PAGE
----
Subject: Re: For Approval: MN Open Documentation License 1.0
From: John Cowan <>
Date: Fri, 17 Dec 2004 18:08:42 -0500

Thorsten Glaser scripsit:

> More info:

The main problem with using the GPL for documentation is that the
requirement to deliver source code in 3a is unreasonable when applied to
printed books, which are "object code" under the GPL.  It would mean that
each book must be accompanied by a CD-ROM (or the like) containing the
whole book, *which must remain with the book at all times*.  You cannot
give or sell the book to anyone if you have lost or damaged the CD-ROM.

3b isn't much better: most people don't want to keep online copies of
the source code for their books publicly available for three years,
not to mention the hassle of mailing people CDs if they request them.

If you want to use the GPL for documentation, at the very least include
a waiver of the source-code requirement for printed copies.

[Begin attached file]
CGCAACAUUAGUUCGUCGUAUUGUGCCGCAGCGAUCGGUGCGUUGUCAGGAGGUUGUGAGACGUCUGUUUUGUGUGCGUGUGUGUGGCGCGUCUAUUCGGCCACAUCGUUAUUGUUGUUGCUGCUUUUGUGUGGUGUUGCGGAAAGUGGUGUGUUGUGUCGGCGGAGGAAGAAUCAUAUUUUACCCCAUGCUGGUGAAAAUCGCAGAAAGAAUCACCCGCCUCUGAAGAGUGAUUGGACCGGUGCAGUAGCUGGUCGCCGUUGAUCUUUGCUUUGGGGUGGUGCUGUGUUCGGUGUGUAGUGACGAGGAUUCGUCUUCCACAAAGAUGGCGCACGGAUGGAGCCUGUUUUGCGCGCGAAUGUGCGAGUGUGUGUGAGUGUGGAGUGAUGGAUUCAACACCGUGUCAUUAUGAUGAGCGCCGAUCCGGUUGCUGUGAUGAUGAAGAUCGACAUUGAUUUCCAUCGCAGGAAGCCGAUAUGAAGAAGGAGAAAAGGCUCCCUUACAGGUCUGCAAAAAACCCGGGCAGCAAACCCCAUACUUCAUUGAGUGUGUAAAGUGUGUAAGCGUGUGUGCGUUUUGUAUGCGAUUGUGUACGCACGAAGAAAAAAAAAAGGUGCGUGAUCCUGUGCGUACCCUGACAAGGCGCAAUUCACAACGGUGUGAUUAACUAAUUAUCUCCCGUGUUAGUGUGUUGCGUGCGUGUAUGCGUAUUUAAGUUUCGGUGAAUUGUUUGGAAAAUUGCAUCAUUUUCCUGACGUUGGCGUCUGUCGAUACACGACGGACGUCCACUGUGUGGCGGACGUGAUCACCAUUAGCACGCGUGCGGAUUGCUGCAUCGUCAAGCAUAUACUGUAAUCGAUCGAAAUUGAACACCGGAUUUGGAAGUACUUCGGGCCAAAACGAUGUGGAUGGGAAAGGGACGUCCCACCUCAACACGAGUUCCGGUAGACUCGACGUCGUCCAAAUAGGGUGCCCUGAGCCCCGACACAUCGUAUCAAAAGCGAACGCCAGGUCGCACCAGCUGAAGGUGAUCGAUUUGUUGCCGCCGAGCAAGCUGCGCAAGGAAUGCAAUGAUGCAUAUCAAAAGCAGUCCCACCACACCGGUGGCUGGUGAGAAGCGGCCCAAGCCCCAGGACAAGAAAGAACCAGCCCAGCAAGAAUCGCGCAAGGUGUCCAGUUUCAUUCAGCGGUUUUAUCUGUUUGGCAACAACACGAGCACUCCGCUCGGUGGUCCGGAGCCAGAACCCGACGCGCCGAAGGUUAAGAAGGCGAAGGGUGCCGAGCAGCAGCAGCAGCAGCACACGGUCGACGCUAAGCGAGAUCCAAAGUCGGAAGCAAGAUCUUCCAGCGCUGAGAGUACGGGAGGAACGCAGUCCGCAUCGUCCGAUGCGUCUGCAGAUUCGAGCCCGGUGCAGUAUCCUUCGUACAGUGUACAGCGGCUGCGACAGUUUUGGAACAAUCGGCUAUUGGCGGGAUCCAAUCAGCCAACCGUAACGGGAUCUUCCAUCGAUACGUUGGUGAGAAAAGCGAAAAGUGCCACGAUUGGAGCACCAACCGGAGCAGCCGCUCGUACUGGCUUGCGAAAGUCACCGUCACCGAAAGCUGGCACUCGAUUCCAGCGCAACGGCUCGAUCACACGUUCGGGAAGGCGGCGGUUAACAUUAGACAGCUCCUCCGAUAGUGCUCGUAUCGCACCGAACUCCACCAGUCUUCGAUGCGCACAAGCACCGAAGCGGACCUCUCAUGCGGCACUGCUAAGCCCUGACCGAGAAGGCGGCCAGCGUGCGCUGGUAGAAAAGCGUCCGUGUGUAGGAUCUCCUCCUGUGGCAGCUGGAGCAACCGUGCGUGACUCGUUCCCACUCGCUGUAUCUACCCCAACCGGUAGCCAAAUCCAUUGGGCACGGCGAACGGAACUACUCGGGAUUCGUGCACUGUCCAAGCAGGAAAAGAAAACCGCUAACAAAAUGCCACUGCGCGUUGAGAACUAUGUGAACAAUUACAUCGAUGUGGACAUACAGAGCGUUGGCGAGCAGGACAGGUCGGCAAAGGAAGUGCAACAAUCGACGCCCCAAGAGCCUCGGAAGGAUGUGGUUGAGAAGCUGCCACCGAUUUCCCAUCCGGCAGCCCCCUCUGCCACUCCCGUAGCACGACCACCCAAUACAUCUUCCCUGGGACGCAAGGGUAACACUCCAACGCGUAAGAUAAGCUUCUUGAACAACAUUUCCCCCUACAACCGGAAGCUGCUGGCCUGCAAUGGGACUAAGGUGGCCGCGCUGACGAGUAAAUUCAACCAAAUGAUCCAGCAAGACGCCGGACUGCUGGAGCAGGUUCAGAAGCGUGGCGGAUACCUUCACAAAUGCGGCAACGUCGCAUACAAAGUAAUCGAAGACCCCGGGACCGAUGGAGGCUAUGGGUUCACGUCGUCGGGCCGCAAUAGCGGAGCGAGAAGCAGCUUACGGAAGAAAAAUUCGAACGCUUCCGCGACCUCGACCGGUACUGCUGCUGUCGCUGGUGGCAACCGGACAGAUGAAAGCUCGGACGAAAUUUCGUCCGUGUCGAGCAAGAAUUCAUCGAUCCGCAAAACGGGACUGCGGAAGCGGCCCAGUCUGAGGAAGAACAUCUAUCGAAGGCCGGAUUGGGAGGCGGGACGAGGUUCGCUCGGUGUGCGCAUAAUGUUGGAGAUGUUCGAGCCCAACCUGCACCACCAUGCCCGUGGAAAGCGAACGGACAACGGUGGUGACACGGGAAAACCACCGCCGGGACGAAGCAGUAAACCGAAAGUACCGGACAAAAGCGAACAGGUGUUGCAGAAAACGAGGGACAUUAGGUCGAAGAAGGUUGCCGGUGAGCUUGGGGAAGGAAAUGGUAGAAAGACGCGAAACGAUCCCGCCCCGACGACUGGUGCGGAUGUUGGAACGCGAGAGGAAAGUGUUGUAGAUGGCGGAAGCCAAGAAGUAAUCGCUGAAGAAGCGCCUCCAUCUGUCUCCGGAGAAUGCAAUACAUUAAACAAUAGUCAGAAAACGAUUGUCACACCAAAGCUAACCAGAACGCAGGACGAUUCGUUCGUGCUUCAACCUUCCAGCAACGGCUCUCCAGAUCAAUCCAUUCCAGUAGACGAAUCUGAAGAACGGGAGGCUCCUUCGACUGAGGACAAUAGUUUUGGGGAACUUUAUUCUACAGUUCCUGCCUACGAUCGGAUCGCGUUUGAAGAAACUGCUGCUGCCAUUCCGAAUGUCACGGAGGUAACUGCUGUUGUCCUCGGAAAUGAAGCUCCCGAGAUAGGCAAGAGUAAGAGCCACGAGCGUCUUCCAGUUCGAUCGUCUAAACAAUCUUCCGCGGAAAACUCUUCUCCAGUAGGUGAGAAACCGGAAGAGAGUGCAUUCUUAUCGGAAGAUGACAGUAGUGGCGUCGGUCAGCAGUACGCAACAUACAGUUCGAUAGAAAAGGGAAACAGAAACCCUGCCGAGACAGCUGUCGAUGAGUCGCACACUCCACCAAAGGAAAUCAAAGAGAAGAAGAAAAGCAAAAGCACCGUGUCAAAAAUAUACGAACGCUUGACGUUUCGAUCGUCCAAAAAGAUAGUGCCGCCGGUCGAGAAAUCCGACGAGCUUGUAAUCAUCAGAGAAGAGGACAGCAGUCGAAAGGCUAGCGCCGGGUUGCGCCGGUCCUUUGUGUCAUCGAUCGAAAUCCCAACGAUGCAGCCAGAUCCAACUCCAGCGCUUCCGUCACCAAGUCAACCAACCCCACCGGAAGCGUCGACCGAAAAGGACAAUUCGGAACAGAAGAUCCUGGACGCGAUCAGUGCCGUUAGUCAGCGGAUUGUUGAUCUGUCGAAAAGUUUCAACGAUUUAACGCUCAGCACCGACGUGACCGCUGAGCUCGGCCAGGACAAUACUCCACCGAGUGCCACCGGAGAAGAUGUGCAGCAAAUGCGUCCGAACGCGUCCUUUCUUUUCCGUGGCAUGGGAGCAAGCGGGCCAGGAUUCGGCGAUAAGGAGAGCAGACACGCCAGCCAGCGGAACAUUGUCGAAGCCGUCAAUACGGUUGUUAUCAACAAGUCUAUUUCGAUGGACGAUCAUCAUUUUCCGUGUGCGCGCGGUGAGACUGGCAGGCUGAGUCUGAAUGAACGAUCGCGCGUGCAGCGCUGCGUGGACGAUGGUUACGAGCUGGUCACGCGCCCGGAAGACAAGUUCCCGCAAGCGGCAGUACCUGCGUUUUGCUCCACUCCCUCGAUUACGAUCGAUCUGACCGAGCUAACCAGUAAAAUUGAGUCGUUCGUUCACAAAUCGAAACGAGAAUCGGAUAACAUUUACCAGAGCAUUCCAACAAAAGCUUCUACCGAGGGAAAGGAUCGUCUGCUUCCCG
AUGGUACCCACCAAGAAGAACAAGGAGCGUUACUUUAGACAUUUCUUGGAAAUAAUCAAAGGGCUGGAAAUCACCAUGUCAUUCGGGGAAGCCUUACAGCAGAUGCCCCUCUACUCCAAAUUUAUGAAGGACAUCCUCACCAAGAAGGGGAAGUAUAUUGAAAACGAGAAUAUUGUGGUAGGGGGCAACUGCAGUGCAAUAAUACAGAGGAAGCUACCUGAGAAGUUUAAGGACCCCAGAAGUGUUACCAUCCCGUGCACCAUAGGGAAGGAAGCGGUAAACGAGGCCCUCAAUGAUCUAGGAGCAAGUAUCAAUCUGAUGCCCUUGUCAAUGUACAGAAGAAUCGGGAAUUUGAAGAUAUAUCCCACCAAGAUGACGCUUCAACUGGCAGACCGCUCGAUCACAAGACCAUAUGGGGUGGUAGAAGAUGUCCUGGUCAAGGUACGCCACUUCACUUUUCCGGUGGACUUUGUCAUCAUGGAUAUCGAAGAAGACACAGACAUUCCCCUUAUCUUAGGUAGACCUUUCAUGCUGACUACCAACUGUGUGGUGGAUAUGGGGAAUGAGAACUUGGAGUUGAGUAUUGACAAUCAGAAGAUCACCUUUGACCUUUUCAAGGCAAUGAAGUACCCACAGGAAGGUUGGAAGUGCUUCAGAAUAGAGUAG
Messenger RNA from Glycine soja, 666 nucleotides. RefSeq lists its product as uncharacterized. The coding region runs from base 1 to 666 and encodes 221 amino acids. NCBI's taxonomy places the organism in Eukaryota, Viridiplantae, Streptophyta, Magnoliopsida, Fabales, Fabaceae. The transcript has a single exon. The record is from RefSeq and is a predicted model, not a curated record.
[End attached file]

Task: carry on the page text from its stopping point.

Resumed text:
> PS: You might argue that I'm too pessimistic and nobody would
>     sue me over using Wikipedia, but lawyers are chronic liars
>     who rotate the words in your own mouth (damn, should not
>     try to translate idioms to English), that's why I want to
>     be safe.

"Twist" is the idiom you want, not "rotate".

John Cowan
Assent may be registered by a signature, a handshake, or a click of a computer
mouse transmitted across the invisible ether of the Internet. Formality
is not a requisite; any sign, symbol or action, or even willful inaction,
as long as it is unequivocally referable to the promise, may create a contract.
       --Specht v. Netscape